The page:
3. Simplification of self and group identity. “If self- identity is complex, group identity is infinitely more complex.”

slide9

Black Britons find their African roots http://news.bbc.co.uk

"Despite their long-term residence in different countries -- most Jewish populations were not significantly different from one another at the genetic level.” (M.F. Hammer, Proc. Nat'l Academy of Science, May 9, 2000)

DNA Testing to Determine “Native American Identity”

DNA Analysis and the Cultural Affiliation of the Kennewick Man

Black Southern African Bantu-speaking population who assert Jewish ancestry:LEMBA menNEIL BRADMAN AND MARK THOMAS

http://www.ucl.ac.uk/tcga/ScienceSpectra

Who gets to decide who is a member of the group?

slide10

House of artist and Oshun priestess Suzanne Wenger, Oshogbo http://african.lss.wisc.edu/yoruba

Suzanne Wenger in her Osogbo home in 2000. Photo Marty Wong http://www.friendsofnigeria.org/

Is a Diasporan African with genetic affinity to the Yorubas more Yoruba than Suzanne Wenger, the Austrian Anthropologist and Chief Priestess of the Oshun Goddess, the keeper of Beaded Comb, in Yoruba land even though she is white?

genetic variation
Genetic Variation
  • How may we interpret data describing human genetic variation today?
    • Variation is not discontinuous.
    • Pharmacogenomic differences can be 10 to more than 40-fold between individual within an ethnic group.
    • Variation between ethnic groups is rarely more than 2 to 3-fold
    • Human populations exhibits considerable genetic admixture
slide12

Pharmacogenomics

The study of how inherited genetic variations affect an individual’s ability to response to a drug and the use of that knowledge in drug discovery and development.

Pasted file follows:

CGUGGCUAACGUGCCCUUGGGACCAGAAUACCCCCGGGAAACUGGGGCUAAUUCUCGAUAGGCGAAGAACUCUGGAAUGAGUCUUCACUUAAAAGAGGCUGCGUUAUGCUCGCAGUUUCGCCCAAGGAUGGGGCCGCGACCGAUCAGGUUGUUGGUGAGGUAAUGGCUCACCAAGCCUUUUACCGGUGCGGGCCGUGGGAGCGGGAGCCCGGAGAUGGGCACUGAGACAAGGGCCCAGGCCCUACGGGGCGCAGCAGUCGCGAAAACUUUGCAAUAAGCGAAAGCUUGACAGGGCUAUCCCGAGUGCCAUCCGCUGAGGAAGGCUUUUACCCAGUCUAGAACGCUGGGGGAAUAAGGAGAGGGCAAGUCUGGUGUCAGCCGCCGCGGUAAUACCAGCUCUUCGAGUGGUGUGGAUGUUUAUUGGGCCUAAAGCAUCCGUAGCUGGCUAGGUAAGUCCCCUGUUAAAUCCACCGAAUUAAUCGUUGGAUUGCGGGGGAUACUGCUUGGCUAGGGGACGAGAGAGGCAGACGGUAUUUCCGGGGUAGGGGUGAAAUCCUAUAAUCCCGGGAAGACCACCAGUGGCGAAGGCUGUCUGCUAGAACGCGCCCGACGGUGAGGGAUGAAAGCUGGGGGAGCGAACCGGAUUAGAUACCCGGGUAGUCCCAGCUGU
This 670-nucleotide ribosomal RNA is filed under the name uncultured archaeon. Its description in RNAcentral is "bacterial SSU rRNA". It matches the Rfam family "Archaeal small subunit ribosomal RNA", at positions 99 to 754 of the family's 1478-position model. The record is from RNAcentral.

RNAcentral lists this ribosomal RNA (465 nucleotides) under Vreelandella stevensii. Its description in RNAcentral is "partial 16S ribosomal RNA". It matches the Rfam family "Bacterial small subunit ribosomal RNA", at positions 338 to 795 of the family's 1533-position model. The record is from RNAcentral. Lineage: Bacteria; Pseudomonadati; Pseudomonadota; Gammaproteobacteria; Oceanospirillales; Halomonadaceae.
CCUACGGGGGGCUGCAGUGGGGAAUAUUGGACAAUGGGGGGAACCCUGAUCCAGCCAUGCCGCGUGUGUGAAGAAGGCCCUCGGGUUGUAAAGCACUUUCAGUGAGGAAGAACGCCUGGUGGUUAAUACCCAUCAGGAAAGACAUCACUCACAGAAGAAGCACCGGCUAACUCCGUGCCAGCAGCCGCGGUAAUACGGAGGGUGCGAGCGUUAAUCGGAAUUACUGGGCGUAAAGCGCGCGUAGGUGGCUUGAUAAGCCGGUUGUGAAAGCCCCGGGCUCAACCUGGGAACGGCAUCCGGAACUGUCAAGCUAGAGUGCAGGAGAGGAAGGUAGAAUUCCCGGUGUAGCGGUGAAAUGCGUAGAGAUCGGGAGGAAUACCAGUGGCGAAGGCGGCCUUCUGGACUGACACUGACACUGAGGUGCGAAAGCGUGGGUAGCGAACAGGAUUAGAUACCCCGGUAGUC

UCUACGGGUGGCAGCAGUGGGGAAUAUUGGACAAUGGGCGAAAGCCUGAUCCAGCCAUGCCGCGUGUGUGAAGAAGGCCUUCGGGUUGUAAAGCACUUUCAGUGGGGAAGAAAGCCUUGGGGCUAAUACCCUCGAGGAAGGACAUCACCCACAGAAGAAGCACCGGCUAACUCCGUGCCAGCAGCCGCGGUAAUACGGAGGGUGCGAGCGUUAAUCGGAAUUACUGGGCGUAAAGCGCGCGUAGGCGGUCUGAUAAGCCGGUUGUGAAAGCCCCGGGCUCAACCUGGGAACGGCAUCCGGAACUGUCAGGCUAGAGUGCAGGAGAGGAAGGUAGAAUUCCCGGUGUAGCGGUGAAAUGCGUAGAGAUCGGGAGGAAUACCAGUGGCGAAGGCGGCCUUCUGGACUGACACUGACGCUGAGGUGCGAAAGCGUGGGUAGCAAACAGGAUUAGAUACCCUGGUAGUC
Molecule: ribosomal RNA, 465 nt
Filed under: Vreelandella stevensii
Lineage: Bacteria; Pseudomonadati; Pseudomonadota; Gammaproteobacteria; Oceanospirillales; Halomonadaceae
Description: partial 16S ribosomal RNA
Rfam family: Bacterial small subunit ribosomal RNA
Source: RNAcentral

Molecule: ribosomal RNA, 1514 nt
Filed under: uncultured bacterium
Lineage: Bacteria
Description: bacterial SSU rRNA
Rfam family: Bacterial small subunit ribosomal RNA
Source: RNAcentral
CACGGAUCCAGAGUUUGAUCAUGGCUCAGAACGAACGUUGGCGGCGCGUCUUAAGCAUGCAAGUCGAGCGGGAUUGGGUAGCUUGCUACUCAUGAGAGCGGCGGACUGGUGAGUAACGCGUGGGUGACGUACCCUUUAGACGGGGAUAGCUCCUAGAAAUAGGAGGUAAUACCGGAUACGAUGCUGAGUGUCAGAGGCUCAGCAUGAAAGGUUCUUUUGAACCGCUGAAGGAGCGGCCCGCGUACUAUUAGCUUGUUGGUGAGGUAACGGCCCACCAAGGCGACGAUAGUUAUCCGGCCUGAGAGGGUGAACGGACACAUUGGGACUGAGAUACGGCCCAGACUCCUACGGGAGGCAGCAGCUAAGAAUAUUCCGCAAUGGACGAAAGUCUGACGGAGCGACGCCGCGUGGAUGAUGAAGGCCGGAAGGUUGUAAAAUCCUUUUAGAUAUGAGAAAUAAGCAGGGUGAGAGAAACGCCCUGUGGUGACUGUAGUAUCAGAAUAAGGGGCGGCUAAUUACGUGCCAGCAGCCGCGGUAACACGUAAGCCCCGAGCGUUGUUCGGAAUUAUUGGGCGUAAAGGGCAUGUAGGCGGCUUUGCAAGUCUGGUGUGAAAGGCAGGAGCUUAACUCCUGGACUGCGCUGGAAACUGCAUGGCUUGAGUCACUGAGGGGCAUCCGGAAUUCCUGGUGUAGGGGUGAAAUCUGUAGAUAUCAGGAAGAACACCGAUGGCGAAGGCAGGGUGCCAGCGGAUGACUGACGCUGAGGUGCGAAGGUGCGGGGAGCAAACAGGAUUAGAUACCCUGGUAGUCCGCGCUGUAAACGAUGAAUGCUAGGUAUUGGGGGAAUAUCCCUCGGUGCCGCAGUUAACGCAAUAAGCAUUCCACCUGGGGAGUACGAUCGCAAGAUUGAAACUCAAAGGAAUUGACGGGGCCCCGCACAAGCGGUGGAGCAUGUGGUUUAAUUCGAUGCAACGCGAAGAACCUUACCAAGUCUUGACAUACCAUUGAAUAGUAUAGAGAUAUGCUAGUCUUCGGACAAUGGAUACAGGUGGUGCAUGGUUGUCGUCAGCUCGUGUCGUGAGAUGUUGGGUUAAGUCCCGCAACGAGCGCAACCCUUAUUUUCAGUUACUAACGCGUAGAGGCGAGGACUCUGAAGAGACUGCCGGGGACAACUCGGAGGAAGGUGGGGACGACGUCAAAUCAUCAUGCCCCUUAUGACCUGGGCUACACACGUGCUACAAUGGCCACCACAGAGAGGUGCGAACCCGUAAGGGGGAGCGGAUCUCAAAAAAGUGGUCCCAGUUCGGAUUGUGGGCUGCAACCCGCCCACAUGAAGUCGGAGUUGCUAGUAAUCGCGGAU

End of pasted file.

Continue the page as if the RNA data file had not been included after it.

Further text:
Genetic Variation may explain why one person may benefit from a drug while another person may suffer toxic effects from the same dosage of the same drug.

variable drug response
Variable Drug Response
  • How do we interpret differential drug response by “groups” when “group” definition is imprecise, fluid and time dependent?
  • Can we tell how an individual will respond based on group data?
  • What is the acceptable error rate?
  • Who decides this?
  • Will error rate be higher for some groups compared to others?
variable drug response1

Slow acetylators

Rapid acetylators

Variable Drug Response
  • N-acetyltransferase 2 (NAT2)
    • Enzyme involved in the detoxification of many carcinogens and the metabolism of many common drugs.
  • NAT2 Variants
  • Slow acetylators

14% East Asia

34% African Americans

54% Caucasians

Anti-tuberculosis drug – isoniazid is inactivated by acetylation and the capacity of individuals to inactivate the drug is dependent on their genotype at the NAT2 locus

what we hear and read
What we hear and read
  • Racial differences in the response to drugs – pointers to genetic differences.

N Engl J Med 2001 -----

slide16

The Medicalization of Race: Scientific Legitimization of a Flawed Social Construct.